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ture, greets with boundless gratitude and affection, her favourite son.
The saviour of his country, disbanding his martial ranks, tenders his sage advice to his fellow citizens, bestows a benediction on his companions in arms, and retires to the calm retreat of private life.
Smiling peace resumes her gentle reign. Agriculture and commerce, reviving from their bed of anguish, lead on in triumph to the altar of liberty, their long train of national blessings. A plan for the preservation of the altar, and the equitable distribution of its blessings, requires the aid of the aggregate wisdom of the United States. Amidst this brilliant assemblage, this constellation of enlightened minds, the father of his people again appears and shines supremely refulgent. Restraining by his harmonizing presence, the discordant operation of social interests, tempering the ardour of discussion, and holding up to view the balance of relative rights, he saw their united labours terminate in the production of a system of general goverment, which, receiving the sanction of his approbation, became the palladium of the national independence.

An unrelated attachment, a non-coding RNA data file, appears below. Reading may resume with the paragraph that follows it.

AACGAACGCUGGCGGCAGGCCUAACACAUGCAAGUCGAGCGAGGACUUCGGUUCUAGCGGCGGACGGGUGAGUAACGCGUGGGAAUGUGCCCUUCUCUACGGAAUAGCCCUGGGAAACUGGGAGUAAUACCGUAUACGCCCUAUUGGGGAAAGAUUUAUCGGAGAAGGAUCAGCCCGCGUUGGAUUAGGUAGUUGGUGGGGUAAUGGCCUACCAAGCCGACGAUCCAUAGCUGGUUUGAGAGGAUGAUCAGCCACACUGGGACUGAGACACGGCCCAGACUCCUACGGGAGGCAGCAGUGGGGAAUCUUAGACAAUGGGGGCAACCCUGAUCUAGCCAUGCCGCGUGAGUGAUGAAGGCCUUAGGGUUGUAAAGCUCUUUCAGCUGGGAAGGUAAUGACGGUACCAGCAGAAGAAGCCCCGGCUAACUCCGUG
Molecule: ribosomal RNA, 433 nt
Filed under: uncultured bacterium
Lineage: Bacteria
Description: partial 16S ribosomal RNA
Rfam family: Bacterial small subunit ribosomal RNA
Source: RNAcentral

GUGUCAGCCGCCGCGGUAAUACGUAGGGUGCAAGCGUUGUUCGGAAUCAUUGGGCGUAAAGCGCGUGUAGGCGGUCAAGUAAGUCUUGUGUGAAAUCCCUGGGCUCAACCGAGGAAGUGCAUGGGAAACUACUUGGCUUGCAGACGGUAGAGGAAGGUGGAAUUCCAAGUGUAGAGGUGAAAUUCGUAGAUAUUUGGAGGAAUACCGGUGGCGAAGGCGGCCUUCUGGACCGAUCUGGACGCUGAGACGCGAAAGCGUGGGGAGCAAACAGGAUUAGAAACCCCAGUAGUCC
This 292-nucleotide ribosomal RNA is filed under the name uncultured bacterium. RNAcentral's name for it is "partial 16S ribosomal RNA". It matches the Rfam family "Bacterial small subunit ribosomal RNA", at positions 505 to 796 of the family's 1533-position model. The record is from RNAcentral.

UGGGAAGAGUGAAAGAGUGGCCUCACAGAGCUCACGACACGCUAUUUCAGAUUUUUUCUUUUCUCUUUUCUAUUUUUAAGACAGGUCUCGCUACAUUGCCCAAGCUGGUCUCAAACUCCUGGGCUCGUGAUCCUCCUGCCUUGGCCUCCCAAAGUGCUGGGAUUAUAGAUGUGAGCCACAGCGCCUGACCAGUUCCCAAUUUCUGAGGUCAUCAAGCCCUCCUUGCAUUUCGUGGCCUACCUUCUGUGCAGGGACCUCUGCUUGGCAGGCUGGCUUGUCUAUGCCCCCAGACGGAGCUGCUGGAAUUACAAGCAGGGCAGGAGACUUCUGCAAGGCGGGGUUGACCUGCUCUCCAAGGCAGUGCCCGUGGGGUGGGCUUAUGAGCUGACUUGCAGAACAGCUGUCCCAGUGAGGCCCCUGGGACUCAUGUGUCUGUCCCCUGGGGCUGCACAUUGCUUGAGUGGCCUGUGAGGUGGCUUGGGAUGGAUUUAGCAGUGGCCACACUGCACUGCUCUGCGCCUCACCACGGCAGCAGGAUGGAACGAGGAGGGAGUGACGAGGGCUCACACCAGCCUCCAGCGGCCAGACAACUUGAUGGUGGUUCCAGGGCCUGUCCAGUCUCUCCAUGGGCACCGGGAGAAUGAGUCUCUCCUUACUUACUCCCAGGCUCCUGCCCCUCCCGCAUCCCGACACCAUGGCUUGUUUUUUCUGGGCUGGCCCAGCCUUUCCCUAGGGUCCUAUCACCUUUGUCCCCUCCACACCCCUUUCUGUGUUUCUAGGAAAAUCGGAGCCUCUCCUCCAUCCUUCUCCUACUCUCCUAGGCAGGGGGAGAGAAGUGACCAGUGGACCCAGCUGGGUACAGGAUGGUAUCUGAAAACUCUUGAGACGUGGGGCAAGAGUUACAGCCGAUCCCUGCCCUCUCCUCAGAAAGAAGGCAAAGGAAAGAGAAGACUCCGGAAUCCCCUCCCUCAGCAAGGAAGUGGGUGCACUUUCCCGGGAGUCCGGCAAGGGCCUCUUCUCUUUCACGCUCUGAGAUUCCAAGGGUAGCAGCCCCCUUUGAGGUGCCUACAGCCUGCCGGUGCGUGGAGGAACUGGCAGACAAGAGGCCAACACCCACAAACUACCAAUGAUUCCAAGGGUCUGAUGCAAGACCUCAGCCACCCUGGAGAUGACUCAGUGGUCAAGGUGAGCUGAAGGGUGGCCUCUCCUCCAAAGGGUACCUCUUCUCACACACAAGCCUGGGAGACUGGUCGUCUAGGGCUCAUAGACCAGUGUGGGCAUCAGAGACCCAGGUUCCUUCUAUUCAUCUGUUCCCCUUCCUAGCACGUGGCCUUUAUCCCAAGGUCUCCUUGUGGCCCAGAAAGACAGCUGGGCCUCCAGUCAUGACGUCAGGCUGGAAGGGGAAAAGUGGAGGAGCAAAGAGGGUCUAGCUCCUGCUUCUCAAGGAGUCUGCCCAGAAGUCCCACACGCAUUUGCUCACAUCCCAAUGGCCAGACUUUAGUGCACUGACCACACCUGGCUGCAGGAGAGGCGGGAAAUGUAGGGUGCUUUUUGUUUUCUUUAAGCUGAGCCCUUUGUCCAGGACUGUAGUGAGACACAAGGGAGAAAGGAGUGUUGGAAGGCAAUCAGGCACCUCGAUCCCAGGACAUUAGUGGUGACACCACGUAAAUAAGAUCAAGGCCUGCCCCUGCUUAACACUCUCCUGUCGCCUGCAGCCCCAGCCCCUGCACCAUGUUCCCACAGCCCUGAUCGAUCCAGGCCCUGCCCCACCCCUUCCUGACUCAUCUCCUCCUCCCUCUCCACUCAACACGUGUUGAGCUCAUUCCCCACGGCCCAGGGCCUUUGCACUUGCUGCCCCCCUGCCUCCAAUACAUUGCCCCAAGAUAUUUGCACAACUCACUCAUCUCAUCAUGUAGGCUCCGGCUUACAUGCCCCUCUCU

Extract from an Eulogy on the death of Washington, by
Hon. FISHER AMES, L. L. D. I AM oppressed, and know not how to proceed with my subject. Washington, blessed be God! who endued him with wisdom and clothed him with power; Washington issued his proclamation of neutrality, and, at an early period, arrested the intrigues of France and the passions of his countrymen, on the very edge of the precipice of war and revolution.
This act of firmness, at the hazard of his reputation and peace, entitles him to the name of the first of patriots. Time was gained for the citizens to recover their virtue and good sense, and they soon recovered them. The crisis was passed, and America was saved.
You and I, most respected fellow citizens, should be sooner tired than satisfied, in recounting the particulars of this illustrious man's life.
How great he appeared while he administered the government, how much greater when he retired from it, how he accepted the chief military command under his wise and upright successor, how his life was unspotted like his fame, and how his death was worthy of his life, are so many distinct subjects of instruction, and each of them singly more than enough for an eulogium. I leave the task, however, to history and to posterity; they will be faithful to it.